Ancient Romans Brushed Their Teeth with Urine
While today we flush our urine away without giving it a second thought, in ancient times it was considered a valuable commodity. Urine contains a wide array of important minerals and chemicals such as phosphorus and potassium. The Romans believed that urine – both human and animal - would make their teeth whiter and keep them from decaying, so they used it as a mouthwash and mixed it with pumice to make toothpaste. In fact, urine was so effective that it was used in toothpastes and mouthwashes up until the 1700s.
As far as the Romans were concerned, the best and therefore the most expensive urine on the market came from the country of Portugal. It was supposedly the strongest urine in the world and thus, the choice for whitening teeth. Though most people today would decline the option of a urine-based toothpaste, it actually worked!
Reconstruction drawing of the communal latrines at Housesteads Roman fort (Vercovicium) on Hadrian's Wall. This site is now in the care of English Heritage (2010).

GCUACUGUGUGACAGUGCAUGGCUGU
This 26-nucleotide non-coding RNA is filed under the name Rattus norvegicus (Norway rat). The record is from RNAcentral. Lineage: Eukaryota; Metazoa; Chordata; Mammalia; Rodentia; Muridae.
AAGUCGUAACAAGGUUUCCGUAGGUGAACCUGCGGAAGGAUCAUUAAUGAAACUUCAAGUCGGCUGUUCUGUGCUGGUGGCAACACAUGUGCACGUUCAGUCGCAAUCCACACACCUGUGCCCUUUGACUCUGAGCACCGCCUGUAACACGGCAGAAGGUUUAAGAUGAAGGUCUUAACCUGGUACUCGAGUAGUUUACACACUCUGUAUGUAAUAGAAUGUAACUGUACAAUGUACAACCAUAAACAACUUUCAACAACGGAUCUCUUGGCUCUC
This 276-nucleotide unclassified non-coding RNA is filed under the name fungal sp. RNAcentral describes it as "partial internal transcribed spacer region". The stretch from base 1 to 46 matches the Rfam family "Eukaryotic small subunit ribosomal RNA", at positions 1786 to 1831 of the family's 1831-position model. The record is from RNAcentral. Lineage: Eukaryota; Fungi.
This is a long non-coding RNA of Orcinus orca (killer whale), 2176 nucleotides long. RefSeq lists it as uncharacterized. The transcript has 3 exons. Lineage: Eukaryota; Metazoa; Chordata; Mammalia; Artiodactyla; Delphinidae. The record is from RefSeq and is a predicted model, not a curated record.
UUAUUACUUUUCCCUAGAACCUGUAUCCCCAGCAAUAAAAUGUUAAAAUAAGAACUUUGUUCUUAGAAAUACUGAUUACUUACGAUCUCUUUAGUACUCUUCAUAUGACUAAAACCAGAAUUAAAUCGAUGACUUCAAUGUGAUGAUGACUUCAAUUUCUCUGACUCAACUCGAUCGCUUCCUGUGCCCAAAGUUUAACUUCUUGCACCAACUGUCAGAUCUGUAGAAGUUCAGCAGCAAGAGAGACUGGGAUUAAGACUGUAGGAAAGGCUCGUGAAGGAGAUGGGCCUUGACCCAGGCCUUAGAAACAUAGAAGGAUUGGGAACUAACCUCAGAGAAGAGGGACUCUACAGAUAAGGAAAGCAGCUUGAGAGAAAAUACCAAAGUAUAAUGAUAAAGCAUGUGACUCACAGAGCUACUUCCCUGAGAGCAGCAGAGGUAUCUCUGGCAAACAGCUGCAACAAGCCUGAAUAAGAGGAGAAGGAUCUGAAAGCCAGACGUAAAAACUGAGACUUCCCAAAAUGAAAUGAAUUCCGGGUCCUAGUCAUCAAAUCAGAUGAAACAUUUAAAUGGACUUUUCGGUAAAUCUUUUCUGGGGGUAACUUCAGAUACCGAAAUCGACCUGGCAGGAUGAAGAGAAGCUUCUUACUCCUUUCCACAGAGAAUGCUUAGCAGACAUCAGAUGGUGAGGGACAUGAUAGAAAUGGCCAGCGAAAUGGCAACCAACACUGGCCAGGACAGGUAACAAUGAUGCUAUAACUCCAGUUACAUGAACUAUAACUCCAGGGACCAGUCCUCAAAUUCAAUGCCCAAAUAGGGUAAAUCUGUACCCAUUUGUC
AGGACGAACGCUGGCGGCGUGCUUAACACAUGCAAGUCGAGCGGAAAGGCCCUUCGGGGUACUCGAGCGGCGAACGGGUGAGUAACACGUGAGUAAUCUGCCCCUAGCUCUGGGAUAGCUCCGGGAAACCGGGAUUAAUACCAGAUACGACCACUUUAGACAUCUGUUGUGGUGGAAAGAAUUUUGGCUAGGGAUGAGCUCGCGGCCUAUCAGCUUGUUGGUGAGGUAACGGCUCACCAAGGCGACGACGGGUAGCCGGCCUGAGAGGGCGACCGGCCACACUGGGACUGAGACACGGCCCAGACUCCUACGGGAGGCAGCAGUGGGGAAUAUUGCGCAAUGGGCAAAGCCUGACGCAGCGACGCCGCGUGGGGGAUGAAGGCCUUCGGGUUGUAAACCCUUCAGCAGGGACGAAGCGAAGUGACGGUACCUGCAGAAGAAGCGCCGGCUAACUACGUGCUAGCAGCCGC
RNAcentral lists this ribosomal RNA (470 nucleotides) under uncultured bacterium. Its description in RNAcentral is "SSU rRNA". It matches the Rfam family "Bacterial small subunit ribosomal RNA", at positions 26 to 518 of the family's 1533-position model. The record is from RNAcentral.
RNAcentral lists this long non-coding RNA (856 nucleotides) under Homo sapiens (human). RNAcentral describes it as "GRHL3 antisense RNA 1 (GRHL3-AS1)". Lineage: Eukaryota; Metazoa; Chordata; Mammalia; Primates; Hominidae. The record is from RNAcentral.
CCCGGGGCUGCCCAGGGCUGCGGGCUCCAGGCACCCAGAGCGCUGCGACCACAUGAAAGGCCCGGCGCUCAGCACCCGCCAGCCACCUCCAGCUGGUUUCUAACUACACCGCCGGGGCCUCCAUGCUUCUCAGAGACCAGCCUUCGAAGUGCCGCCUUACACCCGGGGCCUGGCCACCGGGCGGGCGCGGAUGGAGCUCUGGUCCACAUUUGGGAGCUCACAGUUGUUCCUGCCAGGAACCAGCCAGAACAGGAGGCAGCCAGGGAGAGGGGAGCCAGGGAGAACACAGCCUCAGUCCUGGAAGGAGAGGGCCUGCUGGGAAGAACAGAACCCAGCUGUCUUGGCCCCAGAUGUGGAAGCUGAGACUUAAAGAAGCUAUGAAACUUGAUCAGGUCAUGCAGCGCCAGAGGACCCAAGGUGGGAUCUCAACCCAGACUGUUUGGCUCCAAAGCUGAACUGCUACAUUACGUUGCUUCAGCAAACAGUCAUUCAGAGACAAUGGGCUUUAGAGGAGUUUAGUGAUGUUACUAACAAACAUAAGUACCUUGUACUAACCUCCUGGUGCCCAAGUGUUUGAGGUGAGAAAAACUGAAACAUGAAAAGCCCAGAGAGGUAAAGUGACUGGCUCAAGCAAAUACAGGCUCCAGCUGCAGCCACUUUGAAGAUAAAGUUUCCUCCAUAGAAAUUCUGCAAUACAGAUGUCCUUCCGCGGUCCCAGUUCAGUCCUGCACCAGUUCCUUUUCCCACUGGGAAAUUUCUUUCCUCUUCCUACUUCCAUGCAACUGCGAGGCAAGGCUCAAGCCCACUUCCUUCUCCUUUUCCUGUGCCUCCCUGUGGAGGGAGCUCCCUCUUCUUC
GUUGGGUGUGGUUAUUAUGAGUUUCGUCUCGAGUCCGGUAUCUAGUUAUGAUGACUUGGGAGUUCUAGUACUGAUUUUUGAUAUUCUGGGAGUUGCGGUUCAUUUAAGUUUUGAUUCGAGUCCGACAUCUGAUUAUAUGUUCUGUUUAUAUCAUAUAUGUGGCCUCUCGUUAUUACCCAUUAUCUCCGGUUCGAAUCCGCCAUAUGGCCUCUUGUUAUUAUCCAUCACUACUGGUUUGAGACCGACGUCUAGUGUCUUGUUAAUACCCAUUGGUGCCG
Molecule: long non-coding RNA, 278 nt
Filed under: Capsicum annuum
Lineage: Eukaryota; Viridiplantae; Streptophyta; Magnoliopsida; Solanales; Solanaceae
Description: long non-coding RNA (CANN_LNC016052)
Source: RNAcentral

When left out in an open vat, urine turns stale and produces ammonia, which is used in many household cleaners today. It is also the component responsible for whitening Roman teeth!
Due to the ammonia content, urine was also important for the textiles industry, which was a booming trade during the Roman Empire. Often urine was used to bleach wool or linen and tan leather. It was also used for doing the household laundry. In fact, urine was so popular in ancient Rome that a tax was imposed by the Roman emperors Nero and Vespasian. The vectigal urinae (‘urine tax’) was placed on the collection of urine at public urinals.
Top image: Jar of urine. Source: deviddo / Adobe Stock
By Bryan Hill